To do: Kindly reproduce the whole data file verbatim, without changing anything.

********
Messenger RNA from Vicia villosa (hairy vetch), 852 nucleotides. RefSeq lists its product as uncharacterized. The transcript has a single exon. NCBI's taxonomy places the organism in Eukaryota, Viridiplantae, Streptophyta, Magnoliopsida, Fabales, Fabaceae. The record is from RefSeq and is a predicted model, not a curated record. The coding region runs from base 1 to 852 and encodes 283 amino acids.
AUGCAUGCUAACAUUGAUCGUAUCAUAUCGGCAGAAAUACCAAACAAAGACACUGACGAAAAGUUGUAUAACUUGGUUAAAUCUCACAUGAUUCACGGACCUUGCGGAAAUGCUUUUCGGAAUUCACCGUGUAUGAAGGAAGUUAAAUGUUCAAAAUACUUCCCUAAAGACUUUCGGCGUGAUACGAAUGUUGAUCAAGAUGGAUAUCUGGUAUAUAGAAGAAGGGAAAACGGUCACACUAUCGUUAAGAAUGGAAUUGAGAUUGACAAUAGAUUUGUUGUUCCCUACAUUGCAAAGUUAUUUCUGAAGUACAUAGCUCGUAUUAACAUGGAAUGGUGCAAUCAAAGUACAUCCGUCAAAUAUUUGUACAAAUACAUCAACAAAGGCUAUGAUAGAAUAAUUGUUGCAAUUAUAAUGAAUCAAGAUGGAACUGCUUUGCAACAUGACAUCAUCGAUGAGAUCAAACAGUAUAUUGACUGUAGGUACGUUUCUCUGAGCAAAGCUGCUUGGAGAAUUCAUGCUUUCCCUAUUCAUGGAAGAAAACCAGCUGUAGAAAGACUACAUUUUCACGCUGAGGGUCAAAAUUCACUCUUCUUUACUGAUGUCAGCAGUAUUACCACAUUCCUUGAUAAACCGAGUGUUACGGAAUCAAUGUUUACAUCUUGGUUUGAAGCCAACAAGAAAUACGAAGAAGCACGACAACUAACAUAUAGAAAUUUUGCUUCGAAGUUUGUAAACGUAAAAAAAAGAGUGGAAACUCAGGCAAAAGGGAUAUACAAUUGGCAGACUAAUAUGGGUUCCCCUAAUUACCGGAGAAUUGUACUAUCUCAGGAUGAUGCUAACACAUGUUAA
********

Messenger RNA from Vicia villosa (hairy vetch), 852 nucleotides. RefSeq lists its product as uncharacterized. The transcript has a single exon. NCBI's taxonomy places the organism in Eukaryota, Viridiplantae, Streptophyta, Magnoliopsida, Fabales, Fabaceae. The record is from RefSeq and is a predicted model, not a curated record. The coding region runs from base 1 to 852 and encodes 283 amino acids.
AUGCAUGCUAACAUUGAUCGUAUCAUAUCGGCAGAAAUACCAAACAAAGACACUGACGAAAAGUUGUAUAACUUGGUUAAAUCUCACAUGAUUCACGGACCUUGCGGAAAUGCUUUUCGGAAUUCACCGUGUAUGAAGGAAGUUAAAUGUUCAAAAUACUUCCCUAAAGACUUUCGGCGUGAUACGAAUGUUGAUCAAGAUGGAUAUCUGGUAUAUAGAAGAAGGGAAAACGGUCACACUAUCGUUAAGAAUGGAAUUGAGAUUGACAAUAGAUUUGUUGUUCCCUACAUUGCAAAGUUAUUUCUGAAGUACAUAGCUCGUAUUAACAUGGAAUGGUGCAAUCAAAGUACAUCCGUCAAAUAUUUGUACAAAUACAUCAACAAAGGCUAUGAUAGAAUAAUUGUUGCAAUUAUAAUGAAUCAAGAUGGAACUGCUUUGCAACAUGACAUCAUCGAUGAGAUCAAACAGUAUAUUGACUGUAGGUACGUUUCUCUGAGCAAAGCUGCUUGGAGAAUUCAUGCUUUCCCUAUUCAUGGAAGAAAACCAGCUGUAGAAAGACUACAUUUUCACGCUGAGGGUCAAAAUUCACUCUUCUUUACUGAUGUCAGCAGUAUUACCACAUUCCUUGAUAAACCGAGUGUUACGGAAUCAAUGUUUACAUCUUGGUUUGAAGCCAACAAGAAAUACGAAGAAGCACGACAACUAACAUAUAGAAAUUUUGCUUCGAAGUUUGUAAACGUAAAAAAAAGAGUGGAAACUCAGGCAAAAGGGAUAUACAAUUGGCAGACUAAUAUGGGUUCCCCUAAUUACCGGAGAAUUGUACUAUCUCAGGAUGAUGCUAACACAUGUUAA